If you are an active MMA fan, or combat sports fan for that matter, I’m sure you’ve heard or said to yourself “Man he/she knocked out a ton of people.” Well that got me wondering… who has literally knocked out a ton of people by weight (2000 lbs.)?
Charles David Liddell (Chuck “The Iceman” Liddell) 21-8 MMA
Born December 17, 1969 – Santa Barbara, California
Official Site: http://www.chuckliddell.com/
Liddell began his martial arts journey in Koei-Kan karate when he was twelve years old. He also ventured into amateur kickboxing (with a record of 20-2) but finally fell in love with Kempo karate. Liddell has a grappling background in BJJ and was a division 1 wrestler for Polytechnic State University.
He made his pro MMA debut at UFC 17 on May 15, 1998 vs Noe Hernandez where he started his career with a unanimous decision victory. Three months later he would pick up another unanimous decision in the International Vale Tudo Championship over Jose Landi-Jons. Then, in only Liddell’s third pro bout, Jeremy Horn would land a first round arm-triangle handing him his first defeat at UFC 19 (3-5-99).
Liddell then scored two first round stoppages over Kenneth Williams (NG 11 – RNC) and Paul Jones (UFC 22 – TKO) to finish his ’99. He would compete twice in the year 2000 scoring a second round KO over Steve Heath (IFC WC 9) and taking a unanimous decision over Jeff Monson (UFC 29).
Then Liddell would score two KO’s over Kevin Randleman (UFC 31) and Guy Mezger (Pride 14) before picking up three straight unanimous decisions – all in the UFC, over Murilo Bustamante (UFC 33), Amar Suloev (UFC 35) and Vitor Belfort (UFC 37.5). Liddell would end his 2002 with a first round head-kick KO of Renato Sobral at UFC 40.
Now riding a ten-fight winning streak, Liddell would be set to compete for the UFC Interim light-heavyweight title vs Randy Couture at UFC 43 on June 6, 2003. Couture would stop Liddell in the third round via TKO claiming the interim title and snapping Liddell’s four-year. ten-fight streak. Liddell would then compete for Pride (Total Elimination 2003) where he scored a first round KO over Alistair Overeem before suffering his third loss via corner stoppage to Quinton Jackson (Pride: Final Conflict 2003).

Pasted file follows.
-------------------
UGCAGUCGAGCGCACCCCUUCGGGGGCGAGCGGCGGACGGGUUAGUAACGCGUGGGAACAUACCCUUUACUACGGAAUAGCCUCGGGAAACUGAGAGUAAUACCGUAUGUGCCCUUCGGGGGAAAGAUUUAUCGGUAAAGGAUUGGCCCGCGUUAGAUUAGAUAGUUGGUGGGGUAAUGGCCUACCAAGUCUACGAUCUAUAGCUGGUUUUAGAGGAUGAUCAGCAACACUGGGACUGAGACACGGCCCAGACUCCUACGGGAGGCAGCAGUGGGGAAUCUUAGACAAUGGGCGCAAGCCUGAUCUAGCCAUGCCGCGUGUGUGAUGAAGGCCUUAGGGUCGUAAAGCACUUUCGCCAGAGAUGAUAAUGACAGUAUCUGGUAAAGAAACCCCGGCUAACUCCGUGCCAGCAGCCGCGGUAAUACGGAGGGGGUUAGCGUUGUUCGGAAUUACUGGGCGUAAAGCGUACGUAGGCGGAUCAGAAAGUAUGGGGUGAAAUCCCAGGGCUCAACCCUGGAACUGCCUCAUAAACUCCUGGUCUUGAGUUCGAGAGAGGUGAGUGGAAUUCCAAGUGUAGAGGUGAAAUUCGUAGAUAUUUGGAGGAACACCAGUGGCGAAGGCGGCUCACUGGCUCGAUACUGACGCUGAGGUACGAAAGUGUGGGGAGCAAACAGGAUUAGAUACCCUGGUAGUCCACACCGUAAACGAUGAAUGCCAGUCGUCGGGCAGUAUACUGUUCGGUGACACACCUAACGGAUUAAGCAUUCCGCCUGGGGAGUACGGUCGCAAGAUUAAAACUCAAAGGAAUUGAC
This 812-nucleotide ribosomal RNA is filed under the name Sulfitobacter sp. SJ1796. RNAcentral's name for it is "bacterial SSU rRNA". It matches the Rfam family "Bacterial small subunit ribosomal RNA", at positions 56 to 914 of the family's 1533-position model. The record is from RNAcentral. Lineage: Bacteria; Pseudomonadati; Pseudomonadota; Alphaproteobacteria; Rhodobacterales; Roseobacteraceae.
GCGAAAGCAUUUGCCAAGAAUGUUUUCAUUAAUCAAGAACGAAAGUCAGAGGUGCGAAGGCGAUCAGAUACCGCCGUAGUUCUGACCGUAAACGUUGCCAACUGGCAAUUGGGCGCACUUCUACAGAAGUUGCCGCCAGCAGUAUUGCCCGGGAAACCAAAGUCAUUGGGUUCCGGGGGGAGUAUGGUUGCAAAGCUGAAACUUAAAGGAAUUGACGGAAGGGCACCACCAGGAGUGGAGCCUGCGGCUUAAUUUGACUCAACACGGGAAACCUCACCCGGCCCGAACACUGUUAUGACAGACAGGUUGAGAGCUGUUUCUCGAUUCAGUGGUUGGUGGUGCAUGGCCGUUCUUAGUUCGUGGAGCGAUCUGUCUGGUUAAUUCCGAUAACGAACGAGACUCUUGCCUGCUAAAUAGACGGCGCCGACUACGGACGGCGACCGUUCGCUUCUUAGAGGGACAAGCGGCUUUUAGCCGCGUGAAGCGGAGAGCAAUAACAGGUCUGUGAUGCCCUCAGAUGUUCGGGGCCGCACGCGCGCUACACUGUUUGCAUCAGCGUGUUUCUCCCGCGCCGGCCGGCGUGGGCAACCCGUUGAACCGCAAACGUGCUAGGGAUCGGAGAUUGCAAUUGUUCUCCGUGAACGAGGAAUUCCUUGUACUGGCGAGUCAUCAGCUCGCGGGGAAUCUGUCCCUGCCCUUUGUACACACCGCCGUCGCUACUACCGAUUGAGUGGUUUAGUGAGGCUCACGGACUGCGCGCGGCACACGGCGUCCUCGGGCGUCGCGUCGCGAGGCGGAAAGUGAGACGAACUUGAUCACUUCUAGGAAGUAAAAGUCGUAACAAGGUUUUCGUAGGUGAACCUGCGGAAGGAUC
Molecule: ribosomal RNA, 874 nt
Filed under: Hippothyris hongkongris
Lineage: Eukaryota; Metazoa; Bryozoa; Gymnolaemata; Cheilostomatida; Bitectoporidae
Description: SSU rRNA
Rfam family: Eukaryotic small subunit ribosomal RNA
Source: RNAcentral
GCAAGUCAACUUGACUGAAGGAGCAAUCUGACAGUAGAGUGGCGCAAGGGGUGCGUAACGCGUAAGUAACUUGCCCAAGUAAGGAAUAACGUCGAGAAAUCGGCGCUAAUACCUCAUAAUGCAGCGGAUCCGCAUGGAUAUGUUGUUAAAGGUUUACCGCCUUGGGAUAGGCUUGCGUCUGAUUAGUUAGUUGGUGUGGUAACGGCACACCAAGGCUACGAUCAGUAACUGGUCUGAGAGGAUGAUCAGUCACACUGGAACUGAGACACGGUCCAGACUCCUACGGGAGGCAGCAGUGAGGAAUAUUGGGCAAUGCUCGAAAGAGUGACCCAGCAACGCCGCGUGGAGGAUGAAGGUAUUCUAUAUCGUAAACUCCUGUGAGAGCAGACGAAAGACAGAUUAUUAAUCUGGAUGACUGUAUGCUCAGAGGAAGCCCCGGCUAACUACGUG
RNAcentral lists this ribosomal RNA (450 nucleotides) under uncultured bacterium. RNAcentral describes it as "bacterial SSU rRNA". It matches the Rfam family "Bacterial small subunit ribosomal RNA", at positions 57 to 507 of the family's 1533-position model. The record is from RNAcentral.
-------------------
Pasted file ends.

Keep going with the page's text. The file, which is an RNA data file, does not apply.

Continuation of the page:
Now back competing for the UFC, Liddell would finally get the fight he had wanted for a long time. He would face his old training partner and former UFC light-heavyweight champ Tito Ortiz at UFC 47 on April 2, 2004. Just thirty-eight seconds into the second round, Liddell scored the KO and backed up what he had said about their training days.
After scoring a first round KO over Vernon White (UFC 49), Liddell would sign on as a coach on the new reality series produced by the UFC themselves, The Ultimate Fighter (TUF). His opposing coach was UFC light-heavyweight champion Randy Couture. Both competitors that won the debut season of TUF, Diego Sanchez and Forrest Griffin were coached by Liddell. At the end of the series the two were set to face off in a rematch at UFC 52 for the title. In just over two minutes, Liddell would score the KO and achieve his dream of becoming a UFC champ. while avenging his loss to Couture.
Now he was set to face the first man to defeat him, Jeremy Horn at UFC 54. After three and a half rounds, Liddell got the TKO victory when Horn decided not to continue. Liddell having avenged another loss and defended his UFC light-heavyweight strap for the first time, would get a rubber match with Couture At UFC 57 in February 2006. This time Couture would do better but Liddell proved that he now had Couture’s number getting the KO less than a minute and a half into the second round. Now with two title defenses under his belt, Liddell would rematch Sobral at UFC 62 (8-26-2006). Almost four years after their first bout, Liddell took 1:20 seconds less to finish Sobral in the first round via TKO, and retain his title.